There was a time when a garden consisting solely of foliage plants would have bored me to tears. I’d have enjoyed it in someone else’s yard, but never consider such a colorless option for my own. I sought out a riot of color, a panoply of spectacular hues – something that would be seen from across the street, something that drew the eye and stunned the senses into submission. As I’ve grown up, however, I’ve come to appreciate a quieter beauty, and I see how something more subtle can be just as stunning.
This was the case as I walked by the featured garden in Boston last week. Based on a planting of colorful coleus, it is living proof that flowers aren’t a requirement for a striking display. Signifier of summer (they are tender annuals) coleus have always been a happy trigger of that sweet season. They transport me instantly back to our side porch, an out-of-the-way spot that captured the afternoon sunlight, and only saw the mid-day appearance of the mailman to interrupt its quiet.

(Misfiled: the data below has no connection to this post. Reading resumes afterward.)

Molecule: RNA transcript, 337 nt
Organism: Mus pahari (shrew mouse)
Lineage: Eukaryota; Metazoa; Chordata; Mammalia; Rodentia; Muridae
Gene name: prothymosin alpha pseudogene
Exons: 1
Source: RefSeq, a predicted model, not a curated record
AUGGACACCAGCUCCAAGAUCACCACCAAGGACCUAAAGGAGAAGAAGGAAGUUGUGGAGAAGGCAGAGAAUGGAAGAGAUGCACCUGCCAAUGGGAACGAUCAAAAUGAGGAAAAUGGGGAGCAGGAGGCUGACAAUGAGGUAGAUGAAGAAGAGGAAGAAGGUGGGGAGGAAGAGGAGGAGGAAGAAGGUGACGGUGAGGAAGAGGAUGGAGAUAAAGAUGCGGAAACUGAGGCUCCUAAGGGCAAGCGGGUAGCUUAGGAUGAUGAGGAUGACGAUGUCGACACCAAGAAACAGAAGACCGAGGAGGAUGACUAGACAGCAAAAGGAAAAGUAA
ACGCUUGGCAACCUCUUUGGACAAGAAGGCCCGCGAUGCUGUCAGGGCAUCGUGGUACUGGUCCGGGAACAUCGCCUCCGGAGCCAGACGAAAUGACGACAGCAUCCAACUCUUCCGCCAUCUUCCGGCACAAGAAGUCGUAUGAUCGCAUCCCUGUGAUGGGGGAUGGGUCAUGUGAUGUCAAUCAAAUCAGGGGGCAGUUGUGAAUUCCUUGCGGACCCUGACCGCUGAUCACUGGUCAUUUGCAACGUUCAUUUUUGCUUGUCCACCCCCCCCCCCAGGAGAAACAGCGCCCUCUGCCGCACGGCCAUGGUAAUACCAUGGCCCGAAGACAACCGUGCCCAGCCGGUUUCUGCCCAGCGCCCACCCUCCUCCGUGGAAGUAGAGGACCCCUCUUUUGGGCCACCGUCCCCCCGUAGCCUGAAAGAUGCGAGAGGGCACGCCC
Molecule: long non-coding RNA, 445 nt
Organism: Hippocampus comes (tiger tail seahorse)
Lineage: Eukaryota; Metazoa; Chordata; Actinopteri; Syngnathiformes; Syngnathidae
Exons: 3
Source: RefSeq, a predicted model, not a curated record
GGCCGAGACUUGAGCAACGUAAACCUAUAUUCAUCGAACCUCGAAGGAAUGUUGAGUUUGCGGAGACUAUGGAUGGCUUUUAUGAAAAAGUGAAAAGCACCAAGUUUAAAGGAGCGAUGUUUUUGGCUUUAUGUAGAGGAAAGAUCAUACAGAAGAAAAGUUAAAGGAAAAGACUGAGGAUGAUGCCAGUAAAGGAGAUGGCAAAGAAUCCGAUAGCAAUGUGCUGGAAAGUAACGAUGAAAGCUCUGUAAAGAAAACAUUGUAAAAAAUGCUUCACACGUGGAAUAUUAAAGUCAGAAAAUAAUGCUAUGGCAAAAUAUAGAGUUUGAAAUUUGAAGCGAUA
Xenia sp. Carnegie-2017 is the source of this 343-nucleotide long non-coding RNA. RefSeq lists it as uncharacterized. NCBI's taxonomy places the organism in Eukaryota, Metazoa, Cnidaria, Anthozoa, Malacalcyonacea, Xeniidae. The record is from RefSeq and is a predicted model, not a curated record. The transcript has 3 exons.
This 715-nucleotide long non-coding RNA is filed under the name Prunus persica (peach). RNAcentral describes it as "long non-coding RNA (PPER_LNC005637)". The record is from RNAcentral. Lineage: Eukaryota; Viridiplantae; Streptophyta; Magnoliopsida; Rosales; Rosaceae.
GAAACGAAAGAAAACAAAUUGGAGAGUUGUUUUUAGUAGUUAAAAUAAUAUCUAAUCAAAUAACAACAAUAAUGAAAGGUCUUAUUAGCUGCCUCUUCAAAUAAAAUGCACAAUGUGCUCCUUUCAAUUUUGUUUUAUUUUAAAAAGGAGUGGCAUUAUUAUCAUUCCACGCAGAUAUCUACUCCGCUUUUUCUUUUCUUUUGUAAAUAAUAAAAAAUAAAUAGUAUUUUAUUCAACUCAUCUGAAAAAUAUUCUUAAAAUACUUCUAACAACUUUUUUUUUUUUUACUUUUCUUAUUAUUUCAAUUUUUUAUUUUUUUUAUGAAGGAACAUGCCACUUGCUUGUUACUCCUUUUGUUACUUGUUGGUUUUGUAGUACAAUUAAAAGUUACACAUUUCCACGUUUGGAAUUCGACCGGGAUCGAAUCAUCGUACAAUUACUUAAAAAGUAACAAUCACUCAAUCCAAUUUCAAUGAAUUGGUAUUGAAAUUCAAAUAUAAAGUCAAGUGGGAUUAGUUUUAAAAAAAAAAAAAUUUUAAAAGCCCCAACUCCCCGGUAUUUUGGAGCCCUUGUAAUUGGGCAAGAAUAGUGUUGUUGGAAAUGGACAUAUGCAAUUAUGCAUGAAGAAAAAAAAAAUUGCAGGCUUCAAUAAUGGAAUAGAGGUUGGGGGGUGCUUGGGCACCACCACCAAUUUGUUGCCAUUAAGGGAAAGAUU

One trick to keeping the coleus bushy and full, as well as extend its season, is to nip out its flower buds as soon as they appear. While a pretty violet in color (similar to salvia in form) they are insignificant, and zap the energy that the plant would otherwise put into its striking foliage. Closer to the end of the season – September maybe – I’d let them flower. (It seems almost cruel to let their one goal before the snow evaporate. Everything deserves to live out its purpose in life.) For now, though, the summer show is all in the leaves.Back to Blog